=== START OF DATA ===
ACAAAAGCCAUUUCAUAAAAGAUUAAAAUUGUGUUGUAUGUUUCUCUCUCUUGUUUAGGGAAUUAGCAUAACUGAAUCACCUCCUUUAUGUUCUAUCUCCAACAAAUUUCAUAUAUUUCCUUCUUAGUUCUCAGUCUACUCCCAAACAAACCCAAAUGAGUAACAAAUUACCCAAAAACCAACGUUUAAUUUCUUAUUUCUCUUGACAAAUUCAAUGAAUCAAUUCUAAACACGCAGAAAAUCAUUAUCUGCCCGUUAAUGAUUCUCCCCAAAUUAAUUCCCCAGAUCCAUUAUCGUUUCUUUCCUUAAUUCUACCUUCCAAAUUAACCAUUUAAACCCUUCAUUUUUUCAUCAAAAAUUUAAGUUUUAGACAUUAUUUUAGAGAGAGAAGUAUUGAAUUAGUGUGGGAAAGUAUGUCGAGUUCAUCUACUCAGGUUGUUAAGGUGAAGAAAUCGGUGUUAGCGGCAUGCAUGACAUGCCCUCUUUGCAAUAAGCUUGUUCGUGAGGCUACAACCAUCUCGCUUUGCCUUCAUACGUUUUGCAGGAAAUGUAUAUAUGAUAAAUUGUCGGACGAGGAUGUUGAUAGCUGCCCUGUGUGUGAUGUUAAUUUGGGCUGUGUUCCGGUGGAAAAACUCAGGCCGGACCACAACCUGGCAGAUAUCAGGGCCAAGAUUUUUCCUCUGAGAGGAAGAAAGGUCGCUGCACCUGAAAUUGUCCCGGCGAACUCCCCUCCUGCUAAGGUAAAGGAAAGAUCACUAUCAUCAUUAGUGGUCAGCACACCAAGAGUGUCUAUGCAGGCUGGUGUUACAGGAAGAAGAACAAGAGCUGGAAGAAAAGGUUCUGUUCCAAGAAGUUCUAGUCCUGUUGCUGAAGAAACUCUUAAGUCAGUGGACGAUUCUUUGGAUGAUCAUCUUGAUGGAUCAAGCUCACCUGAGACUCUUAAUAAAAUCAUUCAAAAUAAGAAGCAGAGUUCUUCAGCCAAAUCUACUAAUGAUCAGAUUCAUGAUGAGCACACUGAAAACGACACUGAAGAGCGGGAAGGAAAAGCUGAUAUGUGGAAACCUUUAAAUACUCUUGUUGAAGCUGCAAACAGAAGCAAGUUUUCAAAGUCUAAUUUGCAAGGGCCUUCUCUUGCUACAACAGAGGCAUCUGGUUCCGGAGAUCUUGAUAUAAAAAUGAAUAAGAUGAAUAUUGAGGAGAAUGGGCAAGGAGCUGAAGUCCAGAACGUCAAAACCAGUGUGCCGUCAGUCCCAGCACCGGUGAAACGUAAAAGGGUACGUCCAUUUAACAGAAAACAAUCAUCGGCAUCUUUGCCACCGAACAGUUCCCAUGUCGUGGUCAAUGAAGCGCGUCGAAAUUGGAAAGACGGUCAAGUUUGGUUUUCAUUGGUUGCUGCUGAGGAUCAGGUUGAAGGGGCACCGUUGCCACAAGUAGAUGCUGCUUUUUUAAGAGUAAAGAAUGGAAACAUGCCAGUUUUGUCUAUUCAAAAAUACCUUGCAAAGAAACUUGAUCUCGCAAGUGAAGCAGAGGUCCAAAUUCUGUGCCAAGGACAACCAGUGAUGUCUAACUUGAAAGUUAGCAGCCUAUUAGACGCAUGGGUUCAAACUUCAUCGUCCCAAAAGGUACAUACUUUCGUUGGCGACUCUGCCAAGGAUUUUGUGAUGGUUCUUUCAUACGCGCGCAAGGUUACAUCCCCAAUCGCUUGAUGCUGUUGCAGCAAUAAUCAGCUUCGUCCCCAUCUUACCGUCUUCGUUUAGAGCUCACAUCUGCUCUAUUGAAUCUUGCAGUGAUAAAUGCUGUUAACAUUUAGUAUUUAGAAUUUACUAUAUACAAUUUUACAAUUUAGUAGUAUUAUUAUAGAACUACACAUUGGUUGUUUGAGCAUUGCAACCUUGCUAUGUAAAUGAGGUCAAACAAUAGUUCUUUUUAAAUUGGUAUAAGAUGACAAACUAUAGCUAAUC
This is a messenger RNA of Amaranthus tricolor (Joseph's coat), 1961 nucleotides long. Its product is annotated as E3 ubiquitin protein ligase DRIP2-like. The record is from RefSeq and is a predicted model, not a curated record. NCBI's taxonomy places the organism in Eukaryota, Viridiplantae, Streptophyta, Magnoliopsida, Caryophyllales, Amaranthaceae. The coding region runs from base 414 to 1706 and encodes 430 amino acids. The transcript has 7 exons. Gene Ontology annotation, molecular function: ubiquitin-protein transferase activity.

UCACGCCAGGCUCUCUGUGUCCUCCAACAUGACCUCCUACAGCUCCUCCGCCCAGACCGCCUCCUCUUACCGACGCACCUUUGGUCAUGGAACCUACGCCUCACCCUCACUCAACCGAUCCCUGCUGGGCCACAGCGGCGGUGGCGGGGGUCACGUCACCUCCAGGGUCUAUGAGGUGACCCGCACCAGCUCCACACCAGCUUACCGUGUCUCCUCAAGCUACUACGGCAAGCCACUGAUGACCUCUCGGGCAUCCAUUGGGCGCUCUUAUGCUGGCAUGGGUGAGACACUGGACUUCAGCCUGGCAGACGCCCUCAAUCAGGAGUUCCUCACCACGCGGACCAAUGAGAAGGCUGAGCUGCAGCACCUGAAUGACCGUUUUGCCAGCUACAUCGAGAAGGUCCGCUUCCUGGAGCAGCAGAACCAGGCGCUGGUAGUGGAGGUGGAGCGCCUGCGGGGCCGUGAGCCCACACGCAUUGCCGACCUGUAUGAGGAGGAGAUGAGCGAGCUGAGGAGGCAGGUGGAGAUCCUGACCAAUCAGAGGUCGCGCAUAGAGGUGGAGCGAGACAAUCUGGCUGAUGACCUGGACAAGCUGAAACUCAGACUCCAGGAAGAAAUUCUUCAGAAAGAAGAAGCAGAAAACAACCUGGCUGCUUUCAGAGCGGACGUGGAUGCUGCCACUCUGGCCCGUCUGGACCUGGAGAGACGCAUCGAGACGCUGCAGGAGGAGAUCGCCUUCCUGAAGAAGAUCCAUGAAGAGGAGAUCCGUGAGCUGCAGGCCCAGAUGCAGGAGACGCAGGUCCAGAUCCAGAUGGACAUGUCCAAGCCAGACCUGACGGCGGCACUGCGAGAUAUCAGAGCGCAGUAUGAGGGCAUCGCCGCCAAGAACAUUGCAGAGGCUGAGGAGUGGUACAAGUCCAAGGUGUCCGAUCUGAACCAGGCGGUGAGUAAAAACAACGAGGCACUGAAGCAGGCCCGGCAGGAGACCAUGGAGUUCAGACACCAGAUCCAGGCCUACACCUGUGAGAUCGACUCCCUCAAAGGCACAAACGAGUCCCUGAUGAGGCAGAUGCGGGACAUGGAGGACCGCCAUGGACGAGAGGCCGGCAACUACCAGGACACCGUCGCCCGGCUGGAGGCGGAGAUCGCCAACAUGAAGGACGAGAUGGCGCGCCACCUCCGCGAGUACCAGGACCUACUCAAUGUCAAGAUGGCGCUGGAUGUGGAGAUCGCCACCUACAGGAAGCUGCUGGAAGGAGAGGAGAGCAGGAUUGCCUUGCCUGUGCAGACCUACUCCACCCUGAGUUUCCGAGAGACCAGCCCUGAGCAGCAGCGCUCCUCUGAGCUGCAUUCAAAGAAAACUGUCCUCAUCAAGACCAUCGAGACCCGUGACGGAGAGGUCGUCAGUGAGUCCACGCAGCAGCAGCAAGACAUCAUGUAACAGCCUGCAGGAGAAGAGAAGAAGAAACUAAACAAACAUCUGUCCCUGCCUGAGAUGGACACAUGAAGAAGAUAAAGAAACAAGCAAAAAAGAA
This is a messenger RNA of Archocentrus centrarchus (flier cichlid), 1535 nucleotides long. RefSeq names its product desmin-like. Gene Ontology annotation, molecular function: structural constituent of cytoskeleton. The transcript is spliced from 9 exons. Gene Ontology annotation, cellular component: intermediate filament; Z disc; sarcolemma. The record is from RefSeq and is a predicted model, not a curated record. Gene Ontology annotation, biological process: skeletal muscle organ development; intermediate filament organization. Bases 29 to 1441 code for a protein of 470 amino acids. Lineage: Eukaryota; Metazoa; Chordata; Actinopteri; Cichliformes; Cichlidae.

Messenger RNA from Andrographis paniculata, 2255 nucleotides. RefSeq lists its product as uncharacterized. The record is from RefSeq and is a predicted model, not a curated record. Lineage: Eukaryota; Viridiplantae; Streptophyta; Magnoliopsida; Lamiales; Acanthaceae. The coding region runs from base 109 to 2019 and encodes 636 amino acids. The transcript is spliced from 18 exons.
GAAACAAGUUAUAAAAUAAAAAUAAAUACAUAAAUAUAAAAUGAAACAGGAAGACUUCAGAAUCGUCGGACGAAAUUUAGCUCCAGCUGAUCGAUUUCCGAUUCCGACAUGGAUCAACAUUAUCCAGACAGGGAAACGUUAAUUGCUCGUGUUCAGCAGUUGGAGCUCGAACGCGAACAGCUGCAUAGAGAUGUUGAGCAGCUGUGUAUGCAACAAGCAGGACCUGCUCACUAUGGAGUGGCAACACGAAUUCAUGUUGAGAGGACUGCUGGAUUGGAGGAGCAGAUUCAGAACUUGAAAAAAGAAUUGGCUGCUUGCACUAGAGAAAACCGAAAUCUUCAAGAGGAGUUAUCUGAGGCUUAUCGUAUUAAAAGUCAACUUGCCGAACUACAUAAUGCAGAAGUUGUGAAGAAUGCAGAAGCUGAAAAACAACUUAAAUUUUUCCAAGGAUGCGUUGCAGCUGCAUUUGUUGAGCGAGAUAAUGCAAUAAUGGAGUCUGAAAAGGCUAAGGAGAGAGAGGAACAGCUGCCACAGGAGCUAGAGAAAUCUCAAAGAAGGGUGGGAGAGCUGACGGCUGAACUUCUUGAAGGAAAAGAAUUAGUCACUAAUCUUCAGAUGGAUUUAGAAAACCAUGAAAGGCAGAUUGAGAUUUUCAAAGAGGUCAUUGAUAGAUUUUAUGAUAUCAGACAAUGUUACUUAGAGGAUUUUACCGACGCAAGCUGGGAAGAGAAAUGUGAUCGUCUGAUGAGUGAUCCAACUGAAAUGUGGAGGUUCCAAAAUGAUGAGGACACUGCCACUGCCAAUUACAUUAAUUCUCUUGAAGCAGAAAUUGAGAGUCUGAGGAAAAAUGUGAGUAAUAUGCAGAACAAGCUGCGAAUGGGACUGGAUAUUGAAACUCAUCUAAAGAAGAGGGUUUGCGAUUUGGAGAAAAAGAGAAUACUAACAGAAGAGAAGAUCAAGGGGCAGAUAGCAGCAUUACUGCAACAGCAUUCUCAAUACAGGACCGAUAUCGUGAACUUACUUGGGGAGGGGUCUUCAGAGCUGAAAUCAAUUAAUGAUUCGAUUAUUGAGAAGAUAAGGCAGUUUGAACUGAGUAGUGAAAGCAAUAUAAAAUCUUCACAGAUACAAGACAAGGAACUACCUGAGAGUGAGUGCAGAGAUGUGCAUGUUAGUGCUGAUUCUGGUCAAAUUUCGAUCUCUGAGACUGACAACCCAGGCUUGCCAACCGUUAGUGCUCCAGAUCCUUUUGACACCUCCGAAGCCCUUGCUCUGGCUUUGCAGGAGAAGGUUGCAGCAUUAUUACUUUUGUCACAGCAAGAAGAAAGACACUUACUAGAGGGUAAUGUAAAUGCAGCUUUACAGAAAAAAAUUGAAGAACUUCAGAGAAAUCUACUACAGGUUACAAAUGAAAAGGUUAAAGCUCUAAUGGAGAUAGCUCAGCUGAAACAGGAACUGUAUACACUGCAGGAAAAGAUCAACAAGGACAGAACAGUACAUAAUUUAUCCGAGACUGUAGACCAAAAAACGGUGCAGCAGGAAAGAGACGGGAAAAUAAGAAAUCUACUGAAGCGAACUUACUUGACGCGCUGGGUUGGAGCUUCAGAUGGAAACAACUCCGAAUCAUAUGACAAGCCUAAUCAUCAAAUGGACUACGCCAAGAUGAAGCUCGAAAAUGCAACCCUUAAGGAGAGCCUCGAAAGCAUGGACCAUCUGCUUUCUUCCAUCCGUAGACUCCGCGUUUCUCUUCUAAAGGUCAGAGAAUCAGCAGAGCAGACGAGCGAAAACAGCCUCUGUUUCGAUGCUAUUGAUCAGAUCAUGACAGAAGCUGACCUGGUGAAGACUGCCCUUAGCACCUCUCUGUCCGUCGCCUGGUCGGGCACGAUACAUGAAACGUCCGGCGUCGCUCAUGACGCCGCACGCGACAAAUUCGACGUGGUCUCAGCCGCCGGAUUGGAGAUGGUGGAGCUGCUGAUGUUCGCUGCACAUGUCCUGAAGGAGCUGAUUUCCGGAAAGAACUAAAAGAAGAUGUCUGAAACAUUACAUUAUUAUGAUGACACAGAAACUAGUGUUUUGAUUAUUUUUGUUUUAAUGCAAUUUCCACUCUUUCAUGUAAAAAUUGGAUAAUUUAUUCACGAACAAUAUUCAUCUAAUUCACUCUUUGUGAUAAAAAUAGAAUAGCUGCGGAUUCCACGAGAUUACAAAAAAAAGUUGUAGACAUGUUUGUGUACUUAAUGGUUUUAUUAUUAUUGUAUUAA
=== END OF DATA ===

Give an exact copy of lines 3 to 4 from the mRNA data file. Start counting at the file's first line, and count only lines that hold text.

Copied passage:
UCACGCCAGGCUCUCUGUGUCCUCCAACAUGACCUCCUACAGCUCCUCCGCCCAGACCGCCUCCUCUUACCGACGCACCUUUGGUCAUGGAACCUACGCCUCACCCUCACUCAACCGAUCCCUGCUGGGCCACAGCGGCGGUGGCGGGGGUCACGUCACCUCCAGGGUCUAUGAGGUGACCCGCACCAGCUCCACACCAGCUUACCGUGUCUCCUCAAGCUACUACGGCAAGCCACUGAUGACCUCUCGGGCAUCCAUUGGGCGCUCUUAUGCUGGCAUGGGUGAGACACUGGACUUCAGCCUGGCAGACGCCCUCAAUCAGGAGUUCCUCACCACGCGGACCAAUGAGAAGGCUGAGCUGCAGCACCUGAAUGACCGUUUUGCCAGCUACAUCGAGAAGGUCCGCUUCCUGGAGCAGCAGAACCAGGCGCUGGUAGUGGAGGUGGAGCGCCUGCGGGGCCGUGAGCCCACACGCAUUGCCGACCUGUAUGAGGAGGAGAUGAGCGAGCUGAGGAGGCAGGUGGAGAUCCUGACCAAUCAGAGGUCGCGCAUAGAGGUGGAGCGAGACAAUCUGGCUGAUGACCUGGACAAGCUGAAACUCAGACUCCAGGAAGAAAUUCUUCAGAAAGAAGAAGCAGAAAACAACCUGGCUGCUUUCAGAGCGGACGUGGAUGCUGCCACUCUGGCCCGUCUGGACCUGGAGAGACGCAUCGAGACGCUGCAGGAGGAGAUCGCCUUCCUGAAGAAGAUCCAUGAAGAGGAGAUCCGUGAGCUGCAGGCCCAGAUGCAGGAGACGCAGGUCCAGAUCCAGAUGGACAUGUCCAAGCCAGACCUGACGGCGGCACUGCGAGAUAUCAGAGCGCAGUAUGAGGGCAUCGCCGCCAAGAACAUUGCAGAGGCUGAGGAGUGGUACAAGUCCAAGGUGUCCGAUCUGAACCAGGCGGUGAGUAAAAACAACGAGGCACUGAAGCAGGCCCGGCAGGAGACCAUGGAGUUCAGACACCAGAUCCAGGCCUACACCUGUGAGAUCGACUCCCUCAAAGGCACAAACGAGUCCCUGAUGAGGCAGAUGCGGGACAUGGAGGACCGCCAUGGACGAGAGGCCGGCAACUACCAGGACACCGUCGCCCGGCUGGAGGCGGAGAUCGCCAACAUGAAGGACGAGAUGGCGCGCCACCUCCGCGAGUACCAGGACCUACUCAAUGUCAAGAUGGCGCUGGAUGUGGAGAUCGCCACCUACAGGAAGCUGCUGGAAGGAGAGGAGAGCAGGAUUGCCUUGCCUGUGCAGACCUACUCCACCCUGAGUUUCCGAGAGACCAGCCCUGAGCAGCAGCGCUCCUCUGAGCUGCAUUCAAAGAAAACUGUCCUCAUCAAGACCAUCGAGACCCGUGACGGAGAGGUCGUCAGUGAGUCCACGCAGCAGCAGCAAGACAUCAUGUAACAGCCUGCAGGAGAAGAGAAGAAGAAACUAAACAAACAUCUGUCCCUGCCUGAGAUGGACACAUGAAGAAGAUAAAGAAACAAGCAAAAAAGAA
This is a messenger RNA of Archocentrus centrarchus (flier cichlid), 1535 nucleotides long. RefSeq names its product desmin-like. Gene Ontology annotation, molecular function: structural constituent of cytoskeleton. The transcript is spliced from 9 exons. Gene Ontology annotation, cellular component: intermediate filament; Z disc; sarcolemma. The record is from RefSeq and is a predicted model, not a curated record. Gene Ontology annotation, biological process: skeletal muscle organ development; intermediate filament organization. Bases 29 to 1441 code for a protein of 470 amino acids. Lineage: Eukaryota; Metazoa; Chordata; Actinopteri; Cichliformes; Cichlidae.